Copyright information: please note that the copyrights of all the poems displayed on the website and sent out on the mailing list are held by the respective authors, translators or estates, and no work should be reproduced without first gaining permission from the individual publishers.

The Burning Room

(aubade on a picture of spontaneous combustion)

When my lover returns
to his wife, his suburban apartment, the comfort
of a seasoned bed bearing
his beautiful weight

I say nothing.
I do not nod nor sigh nor breathe the light
starting to bleed into the room
the colour of saints

being martyred in portraits.
I walk the gallery of his absence, a tourist only
to this surfeit of space,
the erasure of lines

that is his gift to me.
It is enough, I think, to watch over the wide
territory of his need, to guard
the frontiers of desire

with my body and silence.
It is enough. And so I do not stir,
even when the flames bloom
fresh petals

from my unbrushed hair,
pursed eyelids. I disappear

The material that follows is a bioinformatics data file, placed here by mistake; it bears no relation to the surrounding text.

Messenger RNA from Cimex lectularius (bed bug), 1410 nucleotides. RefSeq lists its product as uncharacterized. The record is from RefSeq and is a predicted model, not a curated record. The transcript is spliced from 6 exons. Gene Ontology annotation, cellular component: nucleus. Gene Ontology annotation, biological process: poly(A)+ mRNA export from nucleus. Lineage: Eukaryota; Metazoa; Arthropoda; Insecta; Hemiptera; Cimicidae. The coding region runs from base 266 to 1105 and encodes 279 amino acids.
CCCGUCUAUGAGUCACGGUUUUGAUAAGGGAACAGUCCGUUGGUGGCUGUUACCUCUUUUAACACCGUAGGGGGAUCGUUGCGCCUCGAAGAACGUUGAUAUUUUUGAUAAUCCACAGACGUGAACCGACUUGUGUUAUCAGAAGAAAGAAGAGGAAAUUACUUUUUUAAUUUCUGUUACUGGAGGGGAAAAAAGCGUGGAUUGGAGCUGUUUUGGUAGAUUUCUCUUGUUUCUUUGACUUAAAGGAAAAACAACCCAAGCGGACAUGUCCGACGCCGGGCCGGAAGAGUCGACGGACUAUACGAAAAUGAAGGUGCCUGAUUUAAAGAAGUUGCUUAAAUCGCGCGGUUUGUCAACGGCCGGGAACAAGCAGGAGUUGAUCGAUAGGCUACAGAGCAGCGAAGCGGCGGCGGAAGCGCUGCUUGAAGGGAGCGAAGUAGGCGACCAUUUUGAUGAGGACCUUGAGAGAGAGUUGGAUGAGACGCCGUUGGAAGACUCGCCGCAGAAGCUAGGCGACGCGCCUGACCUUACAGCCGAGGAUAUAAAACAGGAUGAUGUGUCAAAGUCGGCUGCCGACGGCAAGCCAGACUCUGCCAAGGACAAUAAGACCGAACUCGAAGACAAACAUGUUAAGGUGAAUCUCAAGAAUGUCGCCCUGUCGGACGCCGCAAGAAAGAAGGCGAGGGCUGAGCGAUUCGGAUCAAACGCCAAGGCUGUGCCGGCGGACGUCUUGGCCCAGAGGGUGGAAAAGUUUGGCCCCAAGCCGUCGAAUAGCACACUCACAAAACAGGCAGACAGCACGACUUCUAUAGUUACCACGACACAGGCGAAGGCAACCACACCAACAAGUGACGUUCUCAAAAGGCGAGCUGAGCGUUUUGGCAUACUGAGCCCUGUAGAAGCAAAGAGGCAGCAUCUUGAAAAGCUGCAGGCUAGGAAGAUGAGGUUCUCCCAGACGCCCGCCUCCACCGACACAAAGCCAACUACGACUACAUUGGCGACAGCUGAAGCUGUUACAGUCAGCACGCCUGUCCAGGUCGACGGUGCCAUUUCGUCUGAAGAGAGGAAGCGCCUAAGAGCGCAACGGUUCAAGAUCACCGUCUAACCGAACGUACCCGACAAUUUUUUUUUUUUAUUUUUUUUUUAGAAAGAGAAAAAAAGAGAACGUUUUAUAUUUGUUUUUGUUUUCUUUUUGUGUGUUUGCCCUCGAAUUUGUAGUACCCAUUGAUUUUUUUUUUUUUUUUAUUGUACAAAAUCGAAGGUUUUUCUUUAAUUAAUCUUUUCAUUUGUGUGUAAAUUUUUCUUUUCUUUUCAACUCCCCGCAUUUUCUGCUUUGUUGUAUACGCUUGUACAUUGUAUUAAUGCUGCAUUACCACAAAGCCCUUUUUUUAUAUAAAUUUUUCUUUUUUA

into photographic retreat,
chemical shadow. So

when my lover returns
I am already the ash he wonders at
and brushes gently away
from the hood of his car.

by Alvin Pang

‘The Burning Room (aubade on a picture of spontaneous combustion)‘ is copyright © Alvin Pang, 2012. It is reprinted by permission of Arc Publications from When the Barbarians Arrive (Arc Publications 2012).

Notes from Arc Publications:

Alvin Pang (b. 1972, Singapore) is a poet, writer, editor, anthologist, and translator. His poetry has been translated into over fifteen languages, and he has appeared in major festivals and anthologies worldwide. When the Barbarians Arrive is a collection of new and selected works, with some poems taken from Alvin Pang’s previous three collections. You can hear Alvin Pang reading from another one of his poems here and watch him on the Arc website here, where you can also read more of his work.